Austin has a strong startup culture amid a large community of software developers. As part of that culture, there is a lot of talk about entrepreneurship, new ideas for SaaS businesses, and avenues for securing funding. It’s an exciting place to launch a company, and an entrepreneur can plug into the community for new hires, feedback, or even cheer leading. On the flip side, all the talk about hockey stick growth curves and successful products puts pressure on developers and entrepreneurs to succeed now and fuels a sense of failure if your business idea hasn’t yet achieved success. Worse, the disdain held for “lifestyle businesses” means more entrepreneurs dream of an out-of-the-park product rather than growing a small business.
But it’s no secret that 50% of all businesses fail within the first five years. Trying for the one-shot home run product–with or without funding–translates to even higher odds your business will fail. In contrast, taking a service business approach with a breadth of offerings enables you to grow a client base while seeking opportunities from your client work for new software products.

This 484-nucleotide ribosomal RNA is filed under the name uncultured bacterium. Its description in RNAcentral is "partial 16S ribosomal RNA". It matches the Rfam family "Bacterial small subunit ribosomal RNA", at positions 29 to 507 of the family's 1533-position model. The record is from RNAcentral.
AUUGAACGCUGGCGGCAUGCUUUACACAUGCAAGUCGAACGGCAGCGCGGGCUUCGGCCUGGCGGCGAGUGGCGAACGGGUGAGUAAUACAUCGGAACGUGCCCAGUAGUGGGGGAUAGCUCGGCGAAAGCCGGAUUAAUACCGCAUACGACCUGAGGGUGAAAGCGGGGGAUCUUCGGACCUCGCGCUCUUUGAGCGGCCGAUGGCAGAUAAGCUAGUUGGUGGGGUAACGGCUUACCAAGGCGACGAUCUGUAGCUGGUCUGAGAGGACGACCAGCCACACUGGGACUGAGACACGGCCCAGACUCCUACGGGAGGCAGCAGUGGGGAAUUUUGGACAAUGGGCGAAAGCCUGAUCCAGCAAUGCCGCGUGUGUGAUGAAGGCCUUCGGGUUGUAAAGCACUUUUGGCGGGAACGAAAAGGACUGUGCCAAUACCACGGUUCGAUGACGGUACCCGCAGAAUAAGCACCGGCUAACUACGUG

At minimum, you want your business to provide a reasonable income and involve an area of business that excites you. When my daughter started college at CU Boulder (another great town for software startups) last year, I wasn’t thrilled with her choice of major. But when the university’s president addressed the parents in an orientation, he advised us to encourage our kids to follow their passion, because finding work they love would lead to success.
That’s great advice for entrepreneurs, too. Figure out what it is you want to do, then seek the path to get there. I wanted to write code when I started my business, but without a portfolio of past work, nobody was going to hire me to create software for their company. So, I went door to door and sold website services which at least in some way allowed me to write the code I loved.
As we grew, we looked for opportunities to create new yet sometimes woefully unsuccessful products. And we kept on learning and improving both our services and the products that were finding some success. January will mark our 12 year anniversary, and in addition to earning enough for a comfortable lifestyle, I’ve had the pleasure of working with over 500 clients in varied industries, and I’m thrilled to be the developer behind a great ticketing software.
That’s the kind of start-up culture I’d like to see more of here in Austin. Less dreaming and more working at your passion. Because if you can make ends meet and love what you do, finding a path to a moderately successful product is icing on the cake.
My entrepreneurial journey began in 2000 and continues today as I steer the development of our flagship SaaS product, ThunderTix.
A Yankee transplant living in Austin, I am fortunate to be surrounded by other developers. My passion is business, and I love learning and sharing anything about software and product development.